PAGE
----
NEW


Published Aug 15 2019

While humanity has a better understanding of nuclear science now, when the first nuclear weapons were being developed, there were some serious questions about what the scientists were dealing with. Particular, would the first nuclear explosion test ignite the Earth's atmosphere with it? Kyle terms back the clock to take a closer look at this question and more in this episode of Because Science!


Learn More:
Reference paper: http://large.stanford.edu/courses/2015/ph241/chung1/docs/00329010.pdf
Factor of safety: https://en.wikipedia.org/wiki/Factor_of_safety
The weight of a butterfly: https://thebulletin.org/2015/02/the-weight-of-a-butterfly/
Nuclear war as a global catastrophic risk: https://regulatorystudies.columbian.gwu.edu/sites/g/files/zaxdzs1866/f/downloads/GW%20Reg%20Studies%20-%20Nuclear%20War%20as%20a%20Global%20Catastrophic%20Risk%20-%20JScouras.pdf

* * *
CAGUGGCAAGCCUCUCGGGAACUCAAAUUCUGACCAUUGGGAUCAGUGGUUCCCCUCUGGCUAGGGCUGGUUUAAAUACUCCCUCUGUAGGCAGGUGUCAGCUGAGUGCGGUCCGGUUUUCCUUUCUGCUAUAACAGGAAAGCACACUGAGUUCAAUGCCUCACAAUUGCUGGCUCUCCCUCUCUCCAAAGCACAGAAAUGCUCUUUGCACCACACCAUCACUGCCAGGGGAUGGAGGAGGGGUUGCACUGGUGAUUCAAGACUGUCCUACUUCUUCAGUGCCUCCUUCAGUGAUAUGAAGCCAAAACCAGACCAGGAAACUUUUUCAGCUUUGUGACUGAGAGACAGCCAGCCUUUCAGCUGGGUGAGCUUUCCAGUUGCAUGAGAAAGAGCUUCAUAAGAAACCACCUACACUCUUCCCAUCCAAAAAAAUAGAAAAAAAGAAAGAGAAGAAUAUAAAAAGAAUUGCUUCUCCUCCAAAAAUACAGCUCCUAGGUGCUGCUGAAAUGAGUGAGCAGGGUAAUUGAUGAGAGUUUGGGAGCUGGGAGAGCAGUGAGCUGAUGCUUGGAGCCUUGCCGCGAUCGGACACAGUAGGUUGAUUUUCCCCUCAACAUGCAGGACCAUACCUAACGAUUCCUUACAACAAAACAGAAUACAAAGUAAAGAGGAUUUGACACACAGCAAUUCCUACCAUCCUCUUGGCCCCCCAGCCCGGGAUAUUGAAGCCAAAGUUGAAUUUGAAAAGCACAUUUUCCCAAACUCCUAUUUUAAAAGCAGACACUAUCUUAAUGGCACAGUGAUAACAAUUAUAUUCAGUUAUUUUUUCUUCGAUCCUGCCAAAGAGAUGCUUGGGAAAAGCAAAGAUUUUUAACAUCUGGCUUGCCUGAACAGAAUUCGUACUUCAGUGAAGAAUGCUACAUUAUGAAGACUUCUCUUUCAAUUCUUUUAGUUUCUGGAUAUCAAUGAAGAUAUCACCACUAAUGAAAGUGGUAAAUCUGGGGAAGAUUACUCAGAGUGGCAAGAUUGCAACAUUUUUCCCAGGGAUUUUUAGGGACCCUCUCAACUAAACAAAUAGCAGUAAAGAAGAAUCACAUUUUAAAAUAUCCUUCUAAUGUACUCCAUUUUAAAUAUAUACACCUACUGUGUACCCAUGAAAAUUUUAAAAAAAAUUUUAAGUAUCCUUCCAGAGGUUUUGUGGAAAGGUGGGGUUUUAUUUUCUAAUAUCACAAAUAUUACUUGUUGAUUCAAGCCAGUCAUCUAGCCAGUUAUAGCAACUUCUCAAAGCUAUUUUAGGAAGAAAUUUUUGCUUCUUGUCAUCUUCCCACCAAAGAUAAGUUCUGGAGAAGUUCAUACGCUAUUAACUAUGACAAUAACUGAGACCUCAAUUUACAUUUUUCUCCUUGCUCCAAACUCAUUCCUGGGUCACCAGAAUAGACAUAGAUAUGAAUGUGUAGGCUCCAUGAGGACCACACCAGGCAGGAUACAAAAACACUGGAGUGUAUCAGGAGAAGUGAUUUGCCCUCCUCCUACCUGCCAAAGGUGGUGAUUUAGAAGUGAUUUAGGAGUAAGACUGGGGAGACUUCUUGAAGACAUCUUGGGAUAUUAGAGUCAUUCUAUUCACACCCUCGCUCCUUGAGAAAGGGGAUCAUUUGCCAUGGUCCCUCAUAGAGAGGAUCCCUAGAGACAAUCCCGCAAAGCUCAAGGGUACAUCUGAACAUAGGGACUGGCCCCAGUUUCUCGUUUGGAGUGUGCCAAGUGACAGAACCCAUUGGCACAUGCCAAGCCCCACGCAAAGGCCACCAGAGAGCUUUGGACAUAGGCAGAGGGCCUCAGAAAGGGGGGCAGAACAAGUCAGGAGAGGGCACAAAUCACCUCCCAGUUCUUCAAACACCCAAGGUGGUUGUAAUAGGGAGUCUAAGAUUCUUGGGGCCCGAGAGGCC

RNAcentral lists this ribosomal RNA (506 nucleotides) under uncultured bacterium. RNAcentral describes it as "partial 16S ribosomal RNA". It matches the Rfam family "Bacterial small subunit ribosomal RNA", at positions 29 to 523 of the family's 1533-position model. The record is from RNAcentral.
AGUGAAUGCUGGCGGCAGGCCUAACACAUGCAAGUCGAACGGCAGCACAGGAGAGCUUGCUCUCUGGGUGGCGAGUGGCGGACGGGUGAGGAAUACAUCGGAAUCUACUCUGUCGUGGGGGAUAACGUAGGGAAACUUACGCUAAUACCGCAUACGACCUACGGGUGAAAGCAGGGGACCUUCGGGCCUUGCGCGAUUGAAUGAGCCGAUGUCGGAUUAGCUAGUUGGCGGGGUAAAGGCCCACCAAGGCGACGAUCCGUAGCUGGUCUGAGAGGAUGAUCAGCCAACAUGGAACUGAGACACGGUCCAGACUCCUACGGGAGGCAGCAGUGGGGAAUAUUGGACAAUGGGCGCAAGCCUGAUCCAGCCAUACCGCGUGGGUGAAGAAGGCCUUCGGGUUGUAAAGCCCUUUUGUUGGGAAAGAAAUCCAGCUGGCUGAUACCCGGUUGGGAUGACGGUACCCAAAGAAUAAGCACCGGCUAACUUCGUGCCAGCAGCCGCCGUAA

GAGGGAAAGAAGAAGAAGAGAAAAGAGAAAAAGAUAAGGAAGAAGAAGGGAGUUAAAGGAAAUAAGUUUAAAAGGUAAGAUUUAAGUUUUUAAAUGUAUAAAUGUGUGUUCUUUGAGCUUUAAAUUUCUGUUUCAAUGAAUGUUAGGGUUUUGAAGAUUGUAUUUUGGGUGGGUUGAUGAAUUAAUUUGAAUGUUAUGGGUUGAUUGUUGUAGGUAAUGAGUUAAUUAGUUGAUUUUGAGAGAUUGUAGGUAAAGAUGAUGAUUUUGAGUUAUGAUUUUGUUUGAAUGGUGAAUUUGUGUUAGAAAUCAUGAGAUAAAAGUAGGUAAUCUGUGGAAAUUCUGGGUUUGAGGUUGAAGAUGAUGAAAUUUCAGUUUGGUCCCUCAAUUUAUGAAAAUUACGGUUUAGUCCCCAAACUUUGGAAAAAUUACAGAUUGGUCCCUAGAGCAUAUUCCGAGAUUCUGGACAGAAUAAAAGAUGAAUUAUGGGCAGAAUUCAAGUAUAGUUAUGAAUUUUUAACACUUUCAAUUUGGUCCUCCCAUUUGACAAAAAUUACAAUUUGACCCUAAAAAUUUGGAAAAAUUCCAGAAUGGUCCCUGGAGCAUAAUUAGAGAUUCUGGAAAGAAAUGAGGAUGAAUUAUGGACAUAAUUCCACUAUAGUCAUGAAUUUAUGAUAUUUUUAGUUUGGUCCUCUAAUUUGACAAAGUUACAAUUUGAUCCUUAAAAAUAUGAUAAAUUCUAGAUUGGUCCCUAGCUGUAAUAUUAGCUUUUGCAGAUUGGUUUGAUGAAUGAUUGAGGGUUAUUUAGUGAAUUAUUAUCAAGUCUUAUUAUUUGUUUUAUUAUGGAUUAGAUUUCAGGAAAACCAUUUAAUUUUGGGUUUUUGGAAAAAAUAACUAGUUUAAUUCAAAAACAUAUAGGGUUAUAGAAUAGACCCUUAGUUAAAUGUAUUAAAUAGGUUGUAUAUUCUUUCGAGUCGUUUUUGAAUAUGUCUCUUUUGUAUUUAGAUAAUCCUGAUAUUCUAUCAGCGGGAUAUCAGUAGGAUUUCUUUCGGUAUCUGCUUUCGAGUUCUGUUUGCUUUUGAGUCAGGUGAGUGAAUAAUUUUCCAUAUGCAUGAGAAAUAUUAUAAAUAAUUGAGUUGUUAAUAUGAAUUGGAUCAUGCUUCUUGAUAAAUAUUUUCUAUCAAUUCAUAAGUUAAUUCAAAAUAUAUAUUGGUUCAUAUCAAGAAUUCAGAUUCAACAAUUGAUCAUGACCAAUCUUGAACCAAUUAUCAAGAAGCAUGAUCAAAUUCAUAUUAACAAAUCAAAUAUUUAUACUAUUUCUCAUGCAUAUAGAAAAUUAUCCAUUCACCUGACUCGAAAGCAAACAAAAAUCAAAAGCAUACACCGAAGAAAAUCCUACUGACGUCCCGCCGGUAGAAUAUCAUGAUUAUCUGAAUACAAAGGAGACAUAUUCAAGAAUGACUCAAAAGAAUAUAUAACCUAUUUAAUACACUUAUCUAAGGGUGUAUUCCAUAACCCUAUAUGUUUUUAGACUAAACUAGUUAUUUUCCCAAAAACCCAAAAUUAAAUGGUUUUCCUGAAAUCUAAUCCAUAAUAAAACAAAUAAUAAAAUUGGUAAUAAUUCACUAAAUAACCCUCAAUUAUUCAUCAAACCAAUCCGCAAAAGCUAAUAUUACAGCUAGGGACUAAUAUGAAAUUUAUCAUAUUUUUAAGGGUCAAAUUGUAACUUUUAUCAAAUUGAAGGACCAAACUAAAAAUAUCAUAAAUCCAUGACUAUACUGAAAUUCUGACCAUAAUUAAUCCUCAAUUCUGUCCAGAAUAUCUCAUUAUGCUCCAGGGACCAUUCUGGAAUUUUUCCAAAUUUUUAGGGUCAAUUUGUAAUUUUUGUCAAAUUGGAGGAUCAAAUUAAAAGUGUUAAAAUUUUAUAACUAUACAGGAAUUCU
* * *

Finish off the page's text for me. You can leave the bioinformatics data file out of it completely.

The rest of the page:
Inverse Compton scattering: http://venables.asu.edu/quant/proj/compton.html
The impossibility of atmospheric fire: http://large.stanford.edu/courses/2015/ph241/chung1/
Bethe, Teller, Trinity, and the End of Earth: https://blogs.scientificamerican.com/cross-check/bethe-teller-trinity-and-the-end-of-earth/
Radiative processes in plasmas: https://www.lehigh.edu/~eus204/teaching/ME362/lectures/lecture05.pdf
Bremsstrahlung main losses: http://www.ira.inaf.it/~ddallaca/P-Rad_2.pdf